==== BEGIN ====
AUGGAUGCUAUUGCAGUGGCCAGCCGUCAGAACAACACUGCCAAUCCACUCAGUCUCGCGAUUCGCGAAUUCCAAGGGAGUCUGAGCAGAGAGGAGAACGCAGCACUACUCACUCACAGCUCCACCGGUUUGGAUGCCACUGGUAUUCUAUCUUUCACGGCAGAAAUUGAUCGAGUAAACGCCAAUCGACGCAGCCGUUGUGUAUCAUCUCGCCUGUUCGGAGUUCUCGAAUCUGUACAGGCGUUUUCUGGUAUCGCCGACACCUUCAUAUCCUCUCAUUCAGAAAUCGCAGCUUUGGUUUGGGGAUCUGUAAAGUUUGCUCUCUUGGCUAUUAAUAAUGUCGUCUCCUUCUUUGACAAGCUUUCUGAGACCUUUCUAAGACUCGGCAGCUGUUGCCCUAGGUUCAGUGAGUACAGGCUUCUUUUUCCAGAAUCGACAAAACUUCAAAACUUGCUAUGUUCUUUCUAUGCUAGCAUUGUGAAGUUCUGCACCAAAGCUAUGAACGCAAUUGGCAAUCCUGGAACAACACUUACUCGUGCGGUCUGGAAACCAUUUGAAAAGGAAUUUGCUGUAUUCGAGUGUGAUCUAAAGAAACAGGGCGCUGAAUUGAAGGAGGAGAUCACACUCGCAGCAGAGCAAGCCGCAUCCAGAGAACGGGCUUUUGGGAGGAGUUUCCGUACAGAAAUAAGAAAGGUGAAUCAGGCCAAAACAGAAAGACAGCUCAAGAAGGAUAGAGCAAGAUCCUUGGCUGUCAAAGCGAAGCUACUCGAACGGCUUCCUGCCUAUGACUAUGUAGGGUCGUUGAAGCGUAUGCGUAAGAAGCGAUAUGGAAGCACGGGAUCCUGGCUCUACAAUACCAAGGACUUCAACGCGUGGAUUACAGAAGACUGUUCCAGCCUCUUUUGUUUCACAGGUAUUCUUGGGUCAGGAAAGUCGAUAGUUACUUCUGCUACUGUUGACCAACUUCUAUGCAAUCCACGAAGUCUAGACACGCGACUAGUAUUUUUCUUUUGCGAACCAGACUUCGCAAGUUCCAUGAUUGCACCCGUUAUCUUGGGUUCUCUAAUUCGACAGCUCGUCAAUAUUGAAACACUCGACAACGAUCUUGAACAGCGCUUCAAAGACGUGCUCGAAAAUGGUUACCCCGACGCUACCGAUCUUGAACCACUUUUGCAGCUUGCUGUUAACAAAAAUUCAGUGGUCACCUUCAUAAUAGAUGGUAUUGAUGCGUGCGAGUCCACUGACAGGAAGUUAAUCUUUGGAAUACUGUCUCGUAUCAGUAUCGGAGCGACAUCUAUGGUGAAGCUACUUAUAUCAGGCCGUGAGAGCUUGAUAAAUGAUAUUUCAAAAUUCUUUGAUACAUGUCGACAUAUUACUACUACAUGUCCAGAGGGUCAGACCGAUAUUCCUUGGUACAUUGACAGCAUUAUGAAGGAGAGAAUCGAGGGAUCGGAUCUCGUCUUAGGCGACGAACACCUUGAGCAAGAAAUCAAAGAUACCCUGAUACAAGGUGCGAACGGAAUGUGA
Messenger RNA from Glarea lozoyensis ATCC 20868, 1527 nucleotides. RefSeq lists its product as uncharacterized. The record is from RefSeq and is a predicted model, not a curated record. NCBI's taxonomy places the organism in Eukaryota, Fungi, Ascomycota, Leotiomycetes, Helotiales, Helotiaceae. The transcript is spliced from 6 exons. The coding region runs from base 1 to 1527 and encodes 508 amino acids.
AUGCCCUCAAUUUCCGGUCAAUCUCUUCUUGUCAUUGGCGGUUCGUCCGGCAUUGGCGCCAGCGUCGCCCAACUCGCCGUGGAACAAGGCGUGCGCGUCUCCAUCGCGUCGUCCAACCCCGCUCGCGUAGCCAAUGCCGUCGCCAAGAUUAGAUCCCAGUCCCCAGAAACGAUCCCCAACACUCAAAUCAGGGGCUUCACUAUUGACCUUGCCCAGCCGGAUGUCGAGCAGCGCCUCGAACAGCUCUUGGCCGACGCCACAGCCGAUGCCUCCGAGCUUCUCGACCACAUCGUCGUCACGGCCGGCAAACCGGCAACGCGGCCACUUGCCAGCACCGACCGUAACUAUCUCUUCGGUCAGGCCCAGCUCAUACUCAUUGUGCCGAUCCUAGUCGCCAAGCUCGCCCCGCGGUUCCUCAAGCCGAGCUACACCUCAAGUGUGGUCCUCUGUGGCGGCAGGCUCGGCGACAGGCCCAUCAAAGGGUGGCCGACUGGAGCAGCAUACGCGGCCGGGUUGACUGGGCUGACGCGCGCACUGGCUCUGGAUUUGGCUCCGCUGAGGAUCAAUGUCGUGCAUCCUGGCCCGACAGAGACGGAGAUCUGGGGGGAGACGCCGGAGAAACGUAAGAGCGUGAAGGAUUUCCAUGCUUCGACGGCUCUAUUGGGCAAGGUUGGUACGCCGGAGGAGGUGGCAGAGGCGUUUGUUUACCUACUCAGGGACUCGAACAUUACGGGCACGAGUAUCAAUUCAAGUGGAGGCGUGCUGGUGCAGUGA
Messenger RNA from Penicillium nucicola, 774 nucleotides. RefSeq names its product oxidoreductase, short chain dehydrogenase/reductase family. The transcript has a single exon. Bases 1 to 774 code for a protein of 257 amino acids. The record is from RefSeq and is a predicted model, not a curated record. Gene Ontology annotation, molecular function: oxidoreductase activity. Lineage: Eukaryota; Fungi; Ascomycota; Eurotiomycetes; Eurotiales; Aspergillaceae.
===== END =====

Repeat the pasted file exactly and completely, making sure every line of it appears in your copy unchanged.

AUGGAUGCUAUUGCAGUGGCCAGCCGUCAGAACAACACUGCCAAUCCACUCAGUCUCGCGAUUCGCGAAUUCCAAGGGAGUCUGAGCAGAGAGGAGAACGCAGCACUACUCACUCACAGCUCCACCGGUUUGGAUGCCACUGGUAUUCUAUCUUUCACGGCAGAAAUUGAUCGAGUAAACGCCAAUCGACGCAGCCGUUGUGUAUCAUCUCGCCUGUUCGGAGUUCUCGAAUCUGUACAGGCGUUUUCUGGUAUCGCCGACACCUUCAUAUCCUCUCAUUCAGAAAUCGCAGCUUUGGUUUGGGGAUCUGUAAAGUUUGCUCUCUUGGCUAUUAAUAAUGUCGUCUCCUUCUUUGACAAGCUUUCUGAGACCUUUCUAAGACUCGGCAGCUGUUGCCCUAGGUUCAGUGAGUACAGGCUUCUUUUUCCAGAAUCGACAAAACUUCAAAACUUGCUAUGUUCUUUCUAUGCUAGCAUUGUGAAGUUCUGCACCAAAGCUAUGAACGCAAUUGGCAAUCCUGGAACAACACUUACUCGUGCGGUCUGGAAACCAUUUGAAAAGGAAUUUGCUGUAUUCGAGUGUGAUCUAAAGAAACAGGGCGCUGAAUUGAAGGAGGAGAUCACACUCGCAGCAGAGCAAGCCGCAUCCAGAGAACGGGCUUUUGGGAGGAGUUUCCGUACAGAAAUAAGAAAGGUGAAUCAGGCCAAAACAGAAAGACAGCUCAAGAAGGAUAGAGCAAGAUCCUUGGCUGUCAAAGCGAAGCUACUCGAACGGCUUCCUGCCUAUGACUAUGUAGGGUCGUUGAAGCGUAUGCGUAAGAAGCGAUAUGGAAGCACGGGAUCCUGGCUCUACAAUACCAAGGACUUCAACGCGUGGAUUACAGAAGACUGUUCCAGCCUCUUUUGUUUCACAGGUAUUCUUGGGUCAGGAAAGUCGAUAGUUACUUCUGCUACUGUUGACCAACUUCUAUGCAAUCCACGAAGUCUAGACACGCGACUAGUAUUUUUCUUUUGCGAACCAGACUUCGCAAGUUCCAUGAUUGCACCCGUUAUCUUGGGUUCUCUAAUUCGACAGCUCGUCAAUAUUGAAACACUCGACAACGAUCUUGAACAGCGCUUCAAAGACGUGCUCGAAAAUGGUUACCCCGACGCUACCGAUCUUGAACCACUUUUGCAGCUUGCUGUUAACAAAAAUUCAGUGGUCACCUUCAUAAUAGAUGGUAUUGAUGCGUGCGAGUCCACUGACAGGAAGUUAAUCUUUGGAAUACUGUCUCGUAUCAGUAUCGGAGCGACAUCUAUGGUGAAGCUACUUAUAUCAGGCCGUGAGAGCUUGAUAAAUGAUAUUUCAAAAUUCUUUGAUACAUGUCGACAUAUUACUACUACAUGUCCAGAGGGUCAGACCGAUAUUCCUUGGUACAUUGACAGCAUUAUGAAGGAGAGAAUCGAGGGAUCGGAUCUCGUCUUAGGCGACGAACACCUUGAGCAAGAAAUCAAAGAUACCCUGAUACAAGGUGCGAACGGAAUGUGA
Messenger RNA from Glarea lozoyensis ATCC 20868, 1527 nucleotides. RefSeq lists its product as uncharacterized. The record is from RefSeq and is a predicted model, not a curated record. NCBI's taxonomy places the organism in Eukaryota, Fungi, Ascomycota, Leotiomycetes, Helotiales, Helotiaceae. The transcript is spliced from 6 exons. The coding region runs from base 1 to 1527 and encodes 508 amino acids.
AUGCCCUCAAUUUCCGGUCAAUCUCUUCUUGUCAUUGGCGGUUCGUCCGGCAUUGGCGCCAGCGUCGCCCAACUCGCCGUGGAACAAGGCGUGCGCGUCUCCAUCGCGUCGUCCAACCCCGCUCGCGUAGCCAAUGCCGUCGCCAAGAUUAGAUCCCAGUCCCCAGAAACGAUCCCCAACACUCAAAUCAGGGGCUUCACUAUUGACCUUGCCCAGCCGGAUGUCGAGCAGCGCCUCGAACAGCUCUUGGCCGACGCCACAGCCGAUGCCUCCGAGCUUCUCGACCACAUCGUCGUCACGGCCGGCAAACCGGCAACGCGGCCACUUGCCAGCACCGACCGUAACUAUCUCUUCGGUCAGGCCCAGCUCAUACUCAUUGUGCCGAUCCUAGUCGCCAAGCUCGCCCCGCGGUUCCUCAAGCCGAGCUACACCUCAAGUGUGGUCCUCUGUGGCGGCAGGCUCGGCGACAGGCCCAUCAAAGGGUGGCCGACUGGAGCAGCAUACGCGGCCGGGUUGACUGGGCUGACGCGCGCACUGGCUCUGGAUUUGGCUCCGCUGAGGAUCAAUGUCGUGCAUCCUGGCCCGACAGAGACGGAGAUCUGGGGGGAGACGCCGGAGAAACGUAAGAGCGUGAAGGAUUUCCAUGCUUCGACGGCUCUAUUGGGCAAGGUUGGUACGCCGGAGGAGGUGGCAGAGGCGUUUGUUUACCUACUCAGGGACUCGAACAUUACGGGCACGAGUAUCAAUUCAAGUGGAGGCGUGCUGGUGCAGUGA
Messenger RNA from Penicillium nucicola, 774 nucleotides. RefSeq names its product oxidoreductase, short chain dehydrogenase/reductase family. The transcript has a single exon. Bases 1 to 774 code for a protein of 257 amino acids. The record is from RefSeq and is a predicted model, not a curated record. Gene Ontology annotation, molecular function: oxidoreductase activity. Lineage: Eukaryota; Fungi; Ascomycota; Eurotiomycetes; Eurotiales; Aspergillaceae.